CMO interview: GroupM CEO Mark Lollback on marketing, media, transparency and technology

The former McDonalds chief marketing officer and now chief of GroupM shares his views on business transformation, the agency-client relationship, transparency, technology innovation and data utilisation

Mark Lollback
Mark Lollback


There’s no doubt the media industry is going through fundamental change, and agencies are at the pointy end of the stick. The list of challenges is a hefty one: Ad viewability and adblocking, trust erosion around media agency charging practices, changing client relationships thanks to digital and customer data disruption and an adtech explosion, to name a few.

But finding a way out of the chaos is exactly the way GroupM’s CEO, Mark Lollback, likes it.

Having spent many years as a client-side marketing leader, most recently as CMO of McDonalds Australia, where he helped turn around the fast food chain to deliver stronger long-term customer value and sustainable business growth, Lollbank joined GroupM in April, taking over the reins from John Steedman.

Six months in, Lollback caught up with CMO to talk about the shift from client-side CMO to agency CEO, the state of the media landscape, the role technology is playing in GroupM’s transformation and that whole issue of transparency.

A mandate for change

Lollback says what attracted him to the GroupM post was the willingness for fresh, disruptive thinking.

“Coming from a CMO role, I have a unique perspective of not only understanding media, but also what is and isn’t important to marketers and the business side, and what role media should be playing that perhaps it’s not playing,” he says.


Labelling himself the “client CEO”, Lollback groups his priorities into three buckets: Relationships; people and talent; and technology.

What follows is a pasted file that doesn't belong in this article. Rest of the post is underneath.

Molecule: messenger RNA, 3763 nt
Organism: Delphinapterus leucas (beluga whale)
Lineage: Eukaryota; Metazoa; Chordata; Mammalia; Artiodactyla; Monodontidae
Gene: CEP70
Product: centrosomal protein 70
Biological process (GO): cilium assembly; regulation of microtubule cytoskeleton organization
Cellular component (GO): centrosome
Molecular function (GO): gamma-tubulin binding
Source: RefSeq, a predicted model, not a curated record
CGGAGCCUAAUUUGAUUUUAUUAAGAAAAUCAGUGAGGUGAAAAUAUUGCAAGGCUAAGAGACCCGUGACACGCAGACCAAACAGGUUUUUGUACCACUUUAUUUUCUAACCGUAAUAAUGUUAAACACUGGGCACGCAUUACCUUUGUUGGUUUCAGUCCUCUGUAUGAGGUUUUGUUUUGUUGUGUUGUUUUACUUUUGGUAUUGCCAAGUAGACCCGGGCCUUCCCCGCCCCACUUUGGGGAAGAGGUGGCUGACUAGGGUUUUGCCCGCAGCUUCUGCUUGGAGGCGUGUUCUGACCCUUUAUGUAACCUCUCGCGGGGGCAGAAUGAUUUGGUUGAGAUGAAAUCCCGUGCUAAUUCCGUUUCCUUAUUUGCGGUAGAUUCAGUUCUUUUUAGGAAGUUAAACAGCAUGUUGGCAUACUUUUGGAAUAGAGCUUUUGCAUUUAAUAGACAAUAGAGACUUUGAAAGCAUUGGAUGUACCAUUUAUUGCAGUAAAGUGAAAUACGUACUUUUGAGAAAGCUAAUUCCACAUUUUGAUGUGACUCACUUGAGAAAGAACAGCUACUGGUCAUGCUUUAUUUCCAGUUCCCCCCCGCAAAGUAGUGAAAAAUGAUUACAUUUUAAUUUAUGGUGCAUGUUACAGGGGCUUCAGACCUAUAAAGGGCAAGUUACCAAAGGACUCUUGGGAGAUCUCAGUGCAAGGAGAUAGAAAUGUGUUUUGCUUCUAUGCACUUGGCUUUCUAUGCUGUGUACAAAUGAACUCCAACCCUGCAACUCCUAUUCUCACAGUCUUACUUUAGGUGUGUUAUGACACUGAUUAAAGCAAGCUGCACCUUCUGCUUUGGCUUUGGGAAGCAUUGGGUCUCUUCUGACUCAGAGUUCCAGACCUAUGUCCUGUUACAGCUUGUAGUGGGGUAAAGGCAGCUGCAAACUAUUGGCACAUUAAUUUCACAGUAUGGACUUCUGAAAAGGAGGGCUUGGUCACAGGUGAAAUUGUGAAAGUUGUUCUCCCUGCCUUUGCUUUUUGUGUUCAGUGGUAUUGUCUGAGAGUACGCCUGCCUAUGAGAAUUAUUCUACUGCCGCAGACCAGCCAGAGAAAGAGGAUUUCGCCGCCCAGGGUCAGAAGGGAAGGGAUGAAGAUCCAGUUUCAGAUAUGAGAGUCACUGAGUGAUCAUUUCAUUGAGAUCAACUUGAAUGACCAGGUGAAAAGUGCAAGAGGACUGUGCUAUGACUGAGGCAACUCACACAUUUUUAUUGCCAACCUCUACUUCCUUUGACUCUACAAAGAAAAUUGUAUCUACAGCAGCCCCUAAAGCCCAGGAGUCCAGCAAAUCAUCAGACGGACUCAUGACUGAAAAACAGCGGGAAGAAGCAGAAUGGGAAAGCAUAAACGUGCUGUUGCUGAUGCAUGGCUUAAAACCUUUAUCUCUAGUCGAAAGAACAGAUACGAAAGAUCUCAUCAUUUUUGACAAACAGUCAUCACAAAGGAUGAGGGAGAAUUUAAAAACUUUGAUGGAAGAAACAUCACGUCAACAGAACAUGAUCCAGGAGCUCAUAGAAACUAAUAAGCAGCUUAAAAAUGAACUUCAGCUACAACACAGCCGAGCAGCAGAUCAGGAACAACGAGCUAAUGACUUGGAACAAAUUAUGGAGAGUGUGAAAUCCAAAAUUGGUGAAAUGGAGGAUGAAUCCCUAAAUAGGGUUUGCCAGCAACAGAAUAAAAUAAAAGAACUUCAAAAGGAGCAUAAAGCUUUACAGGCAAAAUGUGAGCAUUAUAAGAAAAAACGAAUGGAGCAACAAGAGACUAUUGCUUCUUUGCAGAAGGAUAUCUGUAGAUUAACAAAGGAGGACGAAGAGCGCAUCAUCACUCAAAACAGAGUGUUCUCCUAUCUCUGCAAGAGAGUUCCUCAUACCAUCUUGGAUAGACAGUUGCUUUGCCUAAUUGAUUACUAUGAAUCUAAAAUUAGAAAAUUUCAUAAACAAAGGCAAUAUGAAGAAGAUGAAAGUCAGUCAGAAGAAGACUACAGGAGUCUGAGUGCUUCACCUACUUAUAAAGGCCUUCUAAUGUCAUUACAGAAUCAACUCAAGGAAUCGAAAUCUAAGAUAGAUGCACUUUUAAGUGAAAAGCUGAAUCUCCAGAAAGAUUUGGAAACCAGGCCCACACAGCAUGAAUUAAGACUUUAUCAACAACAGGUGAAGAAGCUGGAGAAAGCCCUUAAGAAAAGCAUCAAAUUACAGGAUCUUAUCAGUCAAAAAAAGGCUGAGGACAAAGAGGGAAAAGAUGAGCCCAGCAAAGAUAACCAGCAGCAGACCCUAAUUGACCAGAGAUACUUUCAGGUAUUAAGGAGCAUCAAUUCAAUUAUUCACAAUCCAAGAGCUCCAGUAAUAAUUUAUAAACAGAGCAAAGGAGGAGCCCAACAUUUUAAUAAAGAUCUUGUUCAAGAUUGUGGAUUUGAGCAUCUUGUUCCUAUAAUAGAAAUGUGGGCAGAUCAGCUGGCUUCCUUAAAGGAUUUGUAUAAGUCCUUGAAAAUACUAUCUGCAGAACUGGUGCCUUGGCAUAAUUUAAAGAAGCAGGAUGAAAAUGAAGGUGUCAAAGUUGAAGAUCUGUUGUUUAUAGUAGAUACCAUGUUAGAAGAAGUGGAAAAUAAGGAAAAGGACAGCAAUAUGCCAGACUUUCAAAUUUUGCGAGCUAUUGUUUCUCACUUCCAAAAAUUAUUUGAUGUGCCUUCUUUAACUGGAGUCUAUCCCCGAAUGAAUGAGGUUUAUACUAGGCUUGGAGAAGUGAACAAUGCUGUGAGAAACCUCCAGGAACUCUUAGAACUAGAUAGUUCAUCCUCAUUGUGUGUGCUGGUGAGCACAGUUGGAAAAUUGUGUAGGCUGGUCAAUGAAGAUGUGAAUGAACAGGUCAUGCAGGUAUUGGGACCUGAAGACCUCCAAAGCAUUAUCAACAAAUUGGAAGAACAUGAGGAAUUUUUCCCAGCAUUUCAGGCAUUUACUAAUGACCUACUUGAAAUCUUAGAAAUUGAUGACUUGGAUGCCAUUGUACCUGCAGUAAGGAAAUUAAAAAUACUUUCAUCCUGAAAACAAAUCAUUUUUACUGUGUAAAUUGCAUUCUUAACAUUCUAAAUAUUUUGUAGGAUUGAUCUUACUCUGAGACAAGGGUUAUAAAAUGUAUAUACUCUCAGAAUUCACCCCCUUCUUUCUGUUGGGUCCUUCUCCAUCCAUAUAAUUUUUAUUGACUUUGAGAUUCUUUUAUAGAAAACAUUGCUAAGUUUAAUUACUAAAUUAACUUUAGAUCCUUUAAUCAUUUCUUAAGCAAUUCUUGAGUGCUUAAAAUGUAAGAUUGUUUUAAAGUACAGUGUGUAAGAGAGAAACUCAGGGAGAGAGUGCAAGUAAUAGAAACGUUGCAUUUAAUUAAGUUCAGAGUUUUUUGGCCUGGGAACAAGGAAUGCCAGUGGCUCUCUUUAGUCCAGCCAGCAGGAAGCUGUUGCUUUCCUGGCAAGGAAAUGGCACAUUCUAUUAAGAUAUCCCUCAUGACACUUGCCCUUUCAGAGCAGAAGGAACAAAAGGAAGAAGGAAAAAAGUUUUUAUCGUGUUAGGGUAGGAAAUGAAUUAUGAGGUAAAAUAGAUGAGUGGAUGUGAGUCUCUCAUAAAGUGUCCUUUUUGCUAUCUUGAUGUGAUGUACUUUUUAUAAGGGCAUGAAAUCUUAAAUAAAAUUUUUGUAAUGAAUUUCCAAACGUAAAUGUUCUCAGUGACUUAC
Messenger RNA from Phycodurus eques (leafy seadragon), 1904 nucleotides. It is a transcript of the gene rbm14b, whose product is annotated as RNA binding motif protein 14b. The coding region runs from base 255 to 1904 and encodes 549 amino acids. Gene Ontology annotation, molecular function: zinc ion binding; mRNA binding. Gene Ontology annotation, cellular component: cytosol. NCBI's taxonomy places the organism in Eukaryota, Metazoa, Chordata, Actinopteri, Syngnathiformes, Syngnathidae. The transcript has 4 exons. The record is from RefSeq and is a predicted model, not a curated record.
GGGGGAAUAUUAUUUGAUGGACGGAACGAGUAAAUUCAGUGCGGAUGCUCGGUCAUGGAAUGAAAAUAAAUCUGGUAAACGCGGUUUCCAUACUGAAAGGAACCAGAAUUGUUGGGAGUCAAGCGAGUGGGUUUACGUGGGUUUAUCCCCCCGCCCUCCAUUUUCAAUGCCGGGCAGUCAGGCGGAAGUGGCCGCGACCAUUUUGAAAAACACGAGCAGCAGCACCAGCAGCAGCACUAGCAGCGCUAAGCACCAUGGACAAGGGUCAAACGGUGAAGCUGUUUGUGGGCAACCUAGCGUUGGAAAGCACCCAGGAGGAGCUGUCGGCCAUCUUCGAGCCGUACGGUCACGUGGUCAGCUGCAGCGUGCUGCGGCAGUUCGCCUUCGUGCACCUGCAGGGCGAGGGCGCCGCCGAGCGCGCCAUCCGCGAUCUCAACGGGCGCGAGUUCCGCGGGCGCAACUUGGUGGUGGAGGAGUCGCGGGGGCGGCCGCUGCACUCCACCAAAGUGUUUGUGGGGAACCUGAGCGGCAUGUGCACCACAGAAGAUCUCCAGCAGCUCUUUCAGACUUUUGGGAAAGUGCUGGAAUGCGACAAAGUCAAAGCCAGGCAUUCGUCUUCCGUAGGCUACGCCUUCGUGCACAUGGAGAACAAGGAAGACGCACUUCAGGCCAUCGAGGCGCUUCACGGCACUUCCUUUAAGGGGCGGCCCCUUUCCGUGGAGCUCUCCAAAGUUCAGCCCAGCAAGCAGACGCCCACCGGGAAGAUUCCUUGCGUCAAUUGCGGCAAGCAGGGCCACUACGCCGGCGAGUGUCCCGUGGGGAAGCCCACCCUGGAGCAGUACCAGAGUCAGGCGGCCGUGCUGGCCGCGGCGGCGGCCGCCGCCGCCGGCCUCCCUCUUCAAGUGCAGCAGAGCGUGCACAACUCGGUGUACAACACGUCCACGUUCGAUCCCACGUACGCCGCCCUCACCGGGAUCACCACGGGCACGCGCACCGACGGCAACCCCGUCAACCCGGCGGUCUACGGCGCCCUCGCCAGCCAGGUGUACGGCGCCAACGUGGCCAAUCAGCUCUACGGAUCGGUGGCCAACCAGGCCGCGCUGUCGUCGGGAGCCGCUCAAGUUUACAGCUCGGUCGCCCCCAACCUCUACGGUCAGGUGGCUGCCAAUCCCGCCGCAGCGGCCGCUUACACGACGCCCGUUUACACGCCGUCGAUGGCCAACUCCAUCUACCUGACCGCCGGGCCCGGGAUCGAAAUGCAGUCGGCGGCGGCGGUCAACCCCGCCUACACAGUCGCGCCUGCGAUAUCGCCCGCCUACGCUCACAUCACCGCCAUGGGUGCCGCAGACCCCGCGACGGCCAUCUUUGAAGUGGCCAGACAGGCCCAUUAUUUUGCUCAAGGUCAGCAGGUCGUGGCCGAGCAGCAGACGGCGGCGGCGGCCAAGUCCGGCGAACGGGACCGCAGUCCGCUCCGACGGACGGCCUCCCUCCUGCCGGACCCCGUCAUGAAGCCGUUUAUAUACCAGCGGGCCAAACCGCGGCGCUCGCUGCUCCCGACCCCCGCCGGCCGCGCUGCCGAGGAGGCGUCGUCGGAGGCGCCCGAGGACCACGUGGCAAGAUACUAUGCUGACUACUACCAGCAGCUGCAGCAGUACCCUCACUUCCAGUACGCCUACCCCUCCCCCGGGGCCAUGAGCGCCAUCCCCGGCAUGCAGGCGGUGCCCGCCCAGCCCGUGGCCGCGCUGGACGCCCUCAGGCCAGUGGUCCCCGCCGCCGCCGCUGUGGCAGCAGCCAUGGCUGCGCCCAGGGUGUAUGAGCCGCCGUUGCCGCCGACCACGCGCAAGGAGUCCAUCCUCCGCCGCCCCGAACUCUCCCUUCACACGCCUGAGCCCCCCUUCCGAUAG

“Relationships to me are about not just having a beer with a client in the pub, it’s how close and how much we understand their business, and how passionate we are about it,” he says. “At McDonalds, nobody could become a supplier unless you worked in the restaurant and had been part of that. It’s a great way to get close to the business and demonstrate you genuinely understand it.

“For me, it’s about how our agencies build those really strong, quality relationships that are deep and high value. That’s an area we can improve on.”

Talent is another priority, and Lollback highlights the shortage of resources in the industry. He attributes this to multiple reasons, the first being the breadth of job opportunity in the marketing and advertising sector today.

But he also lays the blame for shortages at agencies themselves. “Rather than trying to find new talent, there is a lot of stealing talent amongst ourselves,” he says. “I want to look at how we change that dynamic as well and make those people feel more valued.”

In addition, Lollback questions whether agencies are hiring the right people for the right jobs as the roles and types of people coming into the workforce changes. An emphasis on analytical and client management skills, for instance, is key.